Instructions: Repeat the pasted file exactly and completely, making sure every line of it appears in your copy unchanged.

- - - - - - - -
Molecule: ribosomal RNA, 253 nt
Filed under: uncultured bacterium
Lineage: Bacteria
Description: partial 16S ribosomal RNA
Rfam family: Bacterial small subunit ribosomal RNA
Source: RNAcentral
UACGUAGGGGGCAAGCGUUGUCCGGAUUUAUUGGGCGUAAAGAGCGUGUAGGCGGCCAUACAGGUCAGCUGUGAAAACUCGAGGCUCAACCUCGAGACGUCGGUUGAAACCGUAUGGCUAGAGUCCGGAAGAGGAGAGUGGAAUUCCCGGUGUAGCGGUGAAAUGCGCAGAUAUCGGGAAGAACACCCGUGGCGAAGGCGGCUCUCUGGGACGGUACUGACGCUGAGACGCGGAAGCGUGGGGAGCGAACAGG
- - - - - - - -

Molecule: ribosomal RNA, 253 nt
Filed under: uncultured bacterium
Lineage: Bacteria
Description: partial 16S ribosomal RNA
Rfam family: Bacterial small subunit ribosomal RNA
Source: RNAcentral
UACGUAGGGGGCAAGCGUUGUCCGGAUUUAUUGGGCGUAAAGAGCGUGUAGGCGGCCAUACAGGUCAGCUGUGAAAACUCGAGGCUCAACCUCGAGACGUCGGUUGAAACCGUAUGGCUAGAGUCCGGAAGAGGAGAGUGGAAUUCCCGGUGUAGCGGUGAAAUGCGCAGAUAUCGGGAAGAACACCCGUGGCGAAGGCGGCUCUCUGGGACGGUACUGACGCUGAGACGCGGAAGCGUGGGGAGCGAACAGG